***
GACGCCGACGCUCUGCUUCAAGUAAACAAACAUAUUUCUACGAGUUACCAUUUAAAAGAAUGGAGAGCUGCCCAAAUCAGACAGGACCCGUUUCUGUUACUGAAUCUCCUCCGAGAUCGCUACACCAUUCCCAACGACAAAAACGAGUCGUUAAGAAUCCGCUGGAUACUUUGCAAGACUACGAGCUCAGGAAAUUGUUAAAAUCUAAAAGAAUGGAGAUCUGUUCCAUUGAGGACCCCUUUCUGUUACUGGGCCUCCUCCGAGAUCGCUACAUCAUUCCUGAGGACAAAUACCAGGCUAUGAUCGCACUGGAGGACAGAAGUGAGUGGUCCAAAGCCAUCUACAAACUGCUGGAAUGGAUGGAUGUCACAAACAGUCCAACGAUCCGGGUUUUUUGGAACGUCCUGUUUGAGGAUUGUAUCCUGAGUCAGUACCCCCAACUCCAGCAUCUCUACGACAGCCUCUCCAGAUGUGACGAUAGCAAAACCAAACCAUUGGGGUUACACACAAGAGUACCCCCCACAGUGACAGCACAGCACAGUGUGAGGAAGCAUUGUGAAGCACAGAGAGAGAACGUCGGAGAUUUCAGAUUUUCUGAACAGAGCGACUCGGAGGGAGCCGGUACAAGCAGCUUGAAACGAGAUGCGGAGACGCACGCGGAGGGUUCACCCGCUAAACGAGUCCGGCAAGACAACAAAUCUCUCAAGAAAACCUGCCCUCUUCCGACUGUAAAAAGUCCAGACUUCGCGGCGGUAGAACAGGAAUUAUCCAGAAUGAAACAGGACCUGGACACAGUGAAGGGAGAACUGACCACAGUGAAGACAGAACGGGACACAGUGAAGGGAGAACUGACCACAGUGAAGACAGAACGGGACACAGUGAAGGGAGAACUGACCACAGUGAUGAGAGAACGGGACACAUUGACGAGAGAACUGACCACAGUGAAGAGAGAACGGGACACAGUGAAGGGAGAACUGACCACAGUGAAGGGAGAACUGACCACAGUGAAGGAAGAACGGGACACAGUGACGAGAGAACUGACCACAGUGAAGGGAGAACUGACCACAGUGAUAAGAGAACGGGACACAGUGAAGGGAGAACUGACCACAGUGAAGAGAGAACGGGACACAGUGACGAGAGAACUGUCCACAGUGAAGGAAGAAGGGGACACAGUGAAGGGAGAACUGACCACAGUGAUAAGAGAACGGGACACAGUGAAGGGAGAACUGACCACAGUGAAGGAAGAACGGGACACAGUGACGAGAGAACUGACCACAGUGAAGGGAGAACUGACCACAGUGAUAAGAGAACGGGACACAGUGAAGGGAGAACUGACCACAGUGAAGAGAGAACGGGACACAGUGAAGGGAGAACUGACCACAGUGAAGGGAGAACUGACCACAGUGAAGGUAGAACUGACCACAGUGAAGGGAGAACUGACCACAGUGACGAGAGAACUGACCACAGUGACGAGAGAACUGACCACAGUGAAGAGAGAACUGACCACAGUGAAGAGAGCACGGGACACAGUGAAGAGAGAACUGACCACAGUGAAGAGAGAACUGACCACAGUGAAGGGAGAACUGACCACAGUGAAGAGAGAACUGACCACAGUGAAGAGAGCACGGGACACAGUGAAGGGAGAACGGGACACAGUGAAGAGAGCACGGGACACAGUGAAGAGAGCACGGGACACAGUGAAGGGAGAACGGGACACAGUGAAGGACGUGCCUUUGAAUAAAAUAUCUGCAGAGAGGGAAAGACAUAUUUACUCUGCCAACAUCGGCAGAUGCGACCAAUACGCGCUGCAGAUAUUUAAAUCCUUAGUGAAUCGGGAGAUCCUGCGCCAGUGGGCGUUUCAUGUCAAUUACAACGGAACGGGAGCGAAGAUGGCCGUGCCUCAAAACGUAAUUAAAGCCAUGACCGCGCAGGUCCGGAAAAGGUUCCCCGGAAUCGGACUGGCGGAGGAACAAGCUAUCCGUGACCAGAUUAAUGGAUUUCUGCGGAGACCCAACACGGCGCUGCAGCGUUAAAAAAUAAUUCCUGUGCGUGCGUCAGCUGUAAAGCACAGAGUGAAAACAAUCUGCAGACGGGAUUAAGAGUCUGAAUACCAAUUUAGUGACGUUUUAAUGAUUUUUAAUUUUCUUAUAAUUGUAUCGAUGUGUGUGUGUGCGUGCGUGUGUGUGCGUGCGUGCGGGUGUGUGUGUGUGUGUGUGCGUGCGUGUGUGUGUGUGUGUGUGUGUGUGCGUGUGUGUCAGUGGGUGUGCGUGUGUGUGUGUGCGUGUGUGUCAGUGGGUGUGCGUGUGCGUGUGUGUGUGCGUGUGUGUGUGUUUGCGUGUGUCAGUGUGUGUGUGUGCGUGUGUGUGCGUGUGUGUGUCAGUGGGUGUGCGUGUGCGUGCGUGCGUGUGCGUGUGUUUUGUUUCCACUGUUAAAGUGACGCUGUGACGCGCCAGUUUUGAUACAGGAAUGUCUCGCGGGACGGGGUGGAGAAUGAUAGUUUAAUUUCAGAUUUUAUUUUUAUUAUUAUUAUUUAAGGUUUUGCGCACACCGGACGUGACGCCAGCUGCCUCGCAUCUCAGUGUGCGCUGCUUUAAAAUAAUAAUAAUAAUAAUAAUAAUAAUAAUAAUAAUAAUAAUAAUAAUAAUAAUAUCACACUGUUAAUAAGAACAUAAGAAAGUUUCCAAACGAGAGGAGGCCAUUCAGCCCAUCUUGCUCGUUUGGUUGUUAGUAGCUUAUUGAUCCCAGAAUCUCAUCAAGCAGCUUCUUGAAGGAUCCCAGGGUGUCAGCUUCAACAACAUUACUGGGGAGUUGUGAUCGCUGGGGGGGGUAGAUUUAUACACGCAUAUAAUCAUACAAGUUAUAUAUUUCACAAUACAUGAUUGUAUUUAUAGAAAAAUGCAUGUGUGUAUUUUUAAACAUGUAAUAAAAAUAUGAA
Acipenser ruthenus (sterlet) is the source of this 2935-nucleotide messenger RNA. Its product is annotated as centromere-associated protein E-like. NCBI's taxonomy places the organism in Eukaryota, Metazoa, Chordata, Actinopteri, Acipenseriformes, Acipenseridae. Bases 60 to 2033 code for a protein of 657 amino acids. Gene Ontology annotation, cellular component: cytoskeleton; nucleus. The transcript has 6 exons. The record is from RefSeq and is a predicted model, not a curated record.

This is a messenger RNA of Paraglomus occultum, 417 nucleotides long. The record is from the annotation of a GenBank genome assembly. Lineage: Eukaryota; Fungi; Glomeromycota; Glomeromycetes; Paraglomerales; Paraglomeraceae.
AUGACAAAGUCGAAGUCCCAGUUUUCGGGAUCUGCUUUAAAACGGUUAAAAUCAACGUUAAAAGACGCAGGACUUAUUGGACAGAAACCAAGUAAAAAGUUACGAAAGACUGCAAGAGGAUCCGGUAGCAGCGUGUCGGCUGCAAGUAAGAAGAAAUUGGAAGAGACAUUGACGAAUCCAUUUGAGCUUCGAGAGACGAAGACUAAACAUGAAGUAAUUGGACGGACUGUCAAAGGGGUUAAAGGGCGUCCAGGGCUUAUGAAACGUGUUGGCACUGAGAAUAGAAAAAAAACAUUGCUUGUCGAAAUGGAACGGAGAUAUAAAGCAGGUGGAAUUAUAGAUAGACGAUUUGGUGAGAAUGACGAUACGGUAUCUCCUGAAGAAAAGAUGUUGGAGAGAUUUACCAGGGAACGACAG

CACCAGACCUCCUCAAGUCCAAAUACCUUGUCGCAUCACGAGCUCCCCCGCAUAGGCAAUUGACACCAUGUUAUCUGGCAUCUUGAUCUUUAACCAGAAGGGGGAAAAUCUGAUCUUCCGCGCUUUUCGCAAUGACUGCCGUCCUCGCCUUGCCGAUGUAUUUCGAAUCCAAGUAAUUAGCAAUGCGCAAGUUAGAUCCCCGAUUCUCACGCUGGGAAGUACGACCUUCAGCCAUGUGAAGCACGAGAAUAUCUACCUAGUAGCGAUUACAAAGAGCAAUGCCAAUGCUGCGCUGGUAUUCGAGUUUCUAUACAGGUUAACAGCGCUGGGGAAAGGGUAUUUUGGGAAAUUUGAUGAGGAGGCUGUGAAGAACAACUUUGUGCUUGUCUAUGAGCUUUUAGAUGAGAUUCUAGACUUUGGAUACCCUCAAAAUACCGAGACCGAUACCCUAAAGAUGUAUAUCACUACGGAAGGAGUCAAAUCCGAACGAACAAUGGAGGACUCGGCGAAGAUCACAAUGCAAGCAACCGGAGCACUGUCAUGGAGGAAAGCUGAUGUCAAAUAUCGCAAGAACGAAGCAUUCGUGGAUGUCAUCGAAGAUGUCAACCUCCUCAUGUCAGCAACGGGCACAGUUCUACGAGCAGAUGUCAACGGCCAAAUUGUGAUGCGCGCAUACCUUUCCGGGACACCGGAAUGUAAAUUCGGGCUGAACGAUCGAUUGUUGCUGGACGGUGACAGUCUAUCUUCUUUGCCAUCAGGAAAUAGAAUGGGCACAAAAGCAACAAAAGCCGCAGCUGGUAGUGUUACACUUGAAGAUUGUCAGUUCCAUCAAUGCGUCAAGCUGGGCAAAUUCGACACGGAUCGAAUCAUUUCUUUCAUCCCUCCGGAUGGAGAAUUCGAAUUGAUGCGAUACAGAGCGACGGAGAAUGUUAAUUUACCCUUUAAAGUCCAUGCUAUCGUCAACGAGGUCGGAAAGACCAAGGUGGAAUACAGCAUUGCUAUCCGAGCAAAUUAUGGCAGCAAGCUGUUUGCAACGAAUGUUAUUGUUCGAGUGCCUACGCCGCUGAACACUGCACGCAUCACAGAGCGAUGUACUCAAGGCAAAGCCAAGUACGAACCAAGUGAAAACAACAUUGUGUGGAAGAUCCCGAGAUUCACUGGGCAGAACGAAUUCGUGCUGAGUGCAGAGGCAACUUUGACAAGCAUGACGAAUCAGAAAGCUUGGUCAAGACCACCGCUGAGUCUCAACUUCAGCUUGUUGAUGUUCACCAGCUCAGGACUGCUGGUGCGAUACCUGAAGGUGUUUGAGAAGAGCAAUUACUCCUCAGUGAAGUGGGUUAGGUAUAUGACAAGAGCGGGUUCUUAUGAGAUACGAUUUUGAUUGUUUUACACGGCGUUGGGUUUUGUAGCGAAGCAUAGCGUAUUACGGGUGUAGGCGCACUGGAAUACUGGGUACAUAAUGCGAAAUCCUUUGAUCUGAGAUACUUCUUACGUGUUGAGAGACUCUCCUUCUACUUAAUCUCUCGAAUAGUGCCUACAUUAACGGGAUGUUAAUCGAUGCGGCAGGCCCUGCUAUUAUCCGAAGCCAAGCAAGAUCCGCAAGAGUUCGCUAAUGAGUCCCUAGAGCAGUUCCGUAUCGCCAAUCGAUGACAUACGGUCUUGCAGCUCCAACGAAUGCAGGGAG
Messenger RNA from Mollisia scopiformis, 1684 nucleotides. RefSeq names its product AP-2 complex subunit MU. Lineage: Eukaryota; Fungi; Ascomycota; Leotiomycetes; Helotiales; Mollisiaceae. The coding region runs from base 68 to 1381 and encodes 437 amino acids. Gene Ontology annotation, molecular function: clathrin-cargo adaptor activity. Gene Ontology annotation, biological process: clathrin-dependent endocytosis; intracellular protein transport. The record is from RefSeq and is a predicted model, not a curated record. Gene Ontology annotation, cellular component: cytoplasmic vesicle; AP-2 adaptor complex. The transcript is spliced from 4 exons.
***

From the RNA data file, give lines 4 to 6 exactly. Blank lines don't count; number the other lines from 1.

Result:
AUGACAAAGUCGAAGUCCCAGUUUUCGGGAUCUGCUUUAAAACGGUUAAAAUCAACGUUAAAAGACGCAGGACUUAUUGGACAGAAACCAAGUAAAAAGUUACGAAAGACUGCAAGAGGAUCCGGUAGCAGCGUGUCGGCUGCAAGUAAGAAGAAAUUGGAAGAGACAUUGACGAAUCCAUUUGAGCUUCGAGAGACGAAGACUAAACAUGAAGUAAUUGGACGGACUGUCAAAGGGGUUAAAGGGCGUCCAGGGCUUAUGAAACGUGUUGGCACUGAGAAUAGAAAAAAAACAUUGCUUGUCGAAAUGGAACGGAGAUAUAAAGCAGGUGGAAUUAUAGAUAGACGAUUUGGUGAGAAUGACGAUACGGUAUCUCCUGAAGAAAAGAUGUUGGAGAGAUUUACCAGGGAACGACAG

CACCAGACCUCCUCAAGUCCAAAUACCUUGUCGCAUCACGAGCUCCCCCGCAUAGGCAAUUGACACCAUGUUAUCUGGCAUCUUGAUCUUUAACCAGAAGGGGGAAAAUCUGAUCUUCCGCGCUUUUCGCAAUGACUGCCGUCCUCGCCUUGCCGAUGUAUUUCGAAUCCAAGUAAUUAGCAAUGCGCAAGUUAGAUCCCCGAUUCUCACGCUGGGAAGUACGACCUUCAGCCAUGUGAAGCACGAGAAUAUCUACCUAGUAGCGAUUACAAAGAGCAAUGCCAAUGCUGCGCUGGUAUUCGAGUUUCUAUACAGGUUAACAGCGCUGGGGAAAGGGUAUUUUGGGAAAUUUGAUGAGGAGGCUGUGAAGAACAACUUUGUGCUUGUCUAUGAGCUUUUAGAUGAGAUUCUAGACUUUGGAUACCCUCAAAAUACCGAGACCGAUACCCUAAAGAUGUAUAUCACUACGGAAGGAGUCAAAUCCGAACGAACAAUGGAGGACUCGGCGAAGAUCACAAUGCAAGCAACCGGAGCACUGUCAUGGAGGAAAGCUGAUGUCAAAUAUCGCAAGAACGAAGCAUUCGUGGAUGUCAUCGAAGAUGUCAACCUCCUCAUGUCAGCAACGGGCACAGUUCUACGAGCAGAUGUCAACGGCCAAAUUGUGAUGCGCGCAUACCUUUCCGGGACACCGGAAUGUAAAUUCGGGCUGAACGAUCGAUUGUUGCUGGACGGUGACAGUCUAUCUUCUUUGCCAUCAGGAAAUAGAAUGGGCACAAAAGCAACAAAAGCCGCAGCUGGUAGUGUUACACUUGAAGAUUGUCAGUUCCAUCAAUGCGUCAAGCUGGGCAAAUUCGACACGGAUCGAAUCAUUUCUUUCAUCCCUCCGGAUGGAGAAUUCGAAUUGAUGCGAUACAGAGCGACGGAGAAUGUUAAUUUACCCUUUAAAGUCCAUGCUAUCGUCAACGAGGUCGGAAAGACCAAGGUGGAAUACAGCAUUGCUAUCCGAGCAAAUUAUGGCAGCAAGCUGUUUGCAACGAAUGUUAUUGUUCGAGUGCCUACGCCGCUGAACACUGCACGCAUCACAGAGCGAUGUACUCAAGGCAAAGCCAAGUACGAACCAAGUGAAAACAACAUUGUGUGGAAGAUCCCGAGAUUCACUGGGCAGAACGAAUUCGUGCUGAGUGCAGAGGCAACUUUGACAAGCAUGACGAAUCAGAAAGCUUGGUCAAGACCACCGCUGAGUCUCAACUUCAGCUUGUUGAUGUUCACCAGCUCAGGACUGCUGGUGCGAUACCUGAAGGUGUUUGAGAAGAGCAAUUACUCCUCAGUGAAGUGGGUUAGGUAUAUGACAAGAGCGGGUUCUUAUGAGAUACGAUUUUGAUUGUUUUACACGGCGUUGGGUUUUGUAGCGAAGCAUAGCGUAUUACGGGUGUAGGCGCACUGGAAUACUGGGUACAUAAUGCGAAAUCCUUUGAUCUGAGAUACUUCUUACGUGUUGAGAGACUCUCCUUCUACUUAAUCUCUCGAAUAGUGCCUACAUUAACGGGAUGUUAAUCGAUGCGGCAGGCCCUGCUAUUAUCCGAAGCCAAGCAAGAUCCGCAAGAGUUCGCUAAUGAGUCCCUAGAGCAGUUCCGUAUCGCCAAUCGAUGACAUACGGUCUUGCAGCUCCAACGAAUGCAGGGAG
Messenger RNA from Mollisia scopiformis, 1684 nucleotides. RefSeq names its product AP-2 complex subunit MU. Lineage: Eukaryota; Fungi; Ascomycota; Leotiomycetes; Helotiales; Mollisiaceae. The coding region runs from base 68 to 1381 and encodes 437 amino acids. Gene Ontology annotation, molecular function: clathrin-cargo adaptor activity. Gene Ontology annotation, biological process: clathrin-dependent endocytosis; intracellular protein transport. The record is from RefSeq and is a predicted model, not a curated record. Gene Ontology annotation, cellular component: cytoplasmic vesicle; AP-2 adaptor complex. The transcript is spliced from 4 exons.